On to the Murray

Big wheel keep on turnin'
Proud Mary keep on burnin'
Rollin', rollin',rollin', on the river
Rollin', rollin', rollin', on the river
(beautifully written and sung by John Cameron Fogarty and CCR

Darlington Point and the Murrumbidgee were all very well but we were looking forward to South Australia and the mighty Murray River. The Murray is Australias longest river at 2,520 kms. Starting in the Australian Alps and spanning three states - NSW, Victoria and South Australia - this great river has been a major highway and water source for farming, both crop and animal, for over a century. Unfortunately following years of abuse and argument over access to its water it now has  a few problems - particularly where it meets the Darling in the Murray Darling Basin. Lack of water flow, large dams and illegal water usage all exacerbated by a long drought means the river is now the centre of a full blown dispute between farmers, recreational users and environmentalists. Vested interests means there is no end in sight. Worse, it has now become political.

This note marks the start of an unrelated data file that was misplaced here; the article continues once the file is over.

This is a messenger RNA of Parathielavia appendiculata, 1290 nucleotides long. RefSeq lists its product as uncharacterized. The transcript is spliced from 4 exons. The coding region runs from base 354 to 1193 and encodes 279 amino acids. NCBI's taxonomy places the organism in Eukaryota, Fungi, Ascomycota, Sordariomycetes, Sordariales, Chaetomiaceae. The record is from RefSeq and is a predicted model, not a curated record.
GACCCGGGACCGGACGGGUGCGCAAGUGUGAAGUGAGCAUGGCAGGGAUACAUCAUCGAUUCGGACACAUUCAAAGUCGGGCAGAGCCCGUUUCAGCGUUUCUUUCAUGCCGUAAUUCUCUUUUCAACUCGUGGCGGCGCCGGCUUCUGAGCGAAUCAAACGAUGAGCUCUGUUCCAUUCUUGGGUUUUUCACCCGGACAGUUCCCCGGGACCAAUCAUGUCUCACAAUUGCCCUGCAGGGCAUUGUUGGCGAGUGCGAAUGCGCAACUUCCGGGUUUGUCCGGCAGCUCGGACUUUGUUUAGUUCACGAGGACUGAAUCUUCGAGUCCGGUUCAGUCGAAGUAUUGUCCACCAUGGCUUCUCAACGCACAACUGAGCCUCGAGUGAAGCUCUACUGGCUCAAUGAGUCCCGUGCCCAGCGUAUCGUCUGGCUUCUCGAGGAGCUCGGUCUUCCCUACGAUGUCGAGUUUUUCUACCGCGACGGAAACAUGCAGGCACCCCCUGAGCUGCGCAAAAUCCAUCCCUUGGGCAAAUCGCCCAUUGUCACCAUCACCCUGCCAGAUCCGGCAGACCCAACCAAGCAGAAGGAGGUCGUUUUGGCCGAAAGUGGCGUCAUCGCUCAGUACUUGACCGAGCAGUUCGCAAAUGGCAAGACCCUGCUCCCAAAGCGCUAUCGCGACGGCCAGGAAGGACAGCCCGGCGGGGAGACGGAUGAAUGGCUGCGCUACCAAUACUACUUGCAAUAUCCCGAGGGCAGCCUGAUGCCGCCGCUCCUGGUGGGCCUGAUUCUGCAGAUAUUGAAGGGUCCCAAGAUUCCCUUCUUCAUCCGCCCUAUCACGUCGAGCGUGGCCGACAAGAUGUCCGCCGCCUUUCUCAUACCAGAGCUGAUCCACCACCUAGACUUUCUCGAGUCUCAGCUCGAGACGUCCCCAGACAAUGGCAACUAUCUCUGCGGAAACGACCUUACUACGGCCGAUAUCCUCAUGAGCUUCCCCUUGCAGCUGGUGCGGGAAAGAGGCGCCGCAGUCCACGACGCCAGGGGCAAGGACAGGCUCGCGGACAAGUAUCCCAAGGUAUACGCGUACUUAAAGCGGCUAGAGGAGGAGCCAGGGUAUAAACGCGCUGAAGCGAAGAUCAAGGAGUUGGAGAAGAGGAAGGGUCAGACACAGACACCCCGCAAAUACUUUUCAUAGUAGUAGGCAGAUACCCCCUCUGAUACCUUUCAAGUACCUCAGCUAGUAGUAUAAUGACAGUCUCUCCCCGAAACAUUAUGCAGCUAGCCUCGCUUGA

The Murray we set up camp beside at Apex Campground, Mildura suggested none of this. Our campsite set back under Red River Gums on the banks of the river some 3 kms from town was idyllic. We swam in the Murray a little downstream from the 
Mildura Surf Life Saving Club. Yep. They have Sunday morning nippers and a surf patrol on the river beach.
We arrived in Mildura after tracking west across NSW into Victoria. We had passed through the very attractive country town of Hay in the western Riverina district of NSW. The area is sometimes called the fruit bowl of Australia but hey! all around Hay is hay. Well stubble now.But flat and attractive country.
Mildura itself is a town of around 35,000 people and has its town centre a hop skip and a jump from a lovingly laid out park and sports area on the Murray River bank. Hats off to the Mildura council. It appears also the the town powers that be have encouraged immigration as Mildura has a multicultural feel. There was obviously some Italian influence as recognisable from the shops and restaurants. It may also have a bit to do with the Sunraysia District and the Sunraysia Fruit Juice company of which Mildura is the centre. The name derives from a naming contest in 1919. originally Sunraysed the name has morphed into its present form. The area is also a fruit fly free district and as we crossed the border into Victoria we were encouraged to dump all fruit and vegetables in the quarantine bins. We were subject to a thorough search at the border control and seemed to pass. It would appear our lemons passed muster or were missed. "Man look" said MTC.

2 thoughts on “On to the Murray

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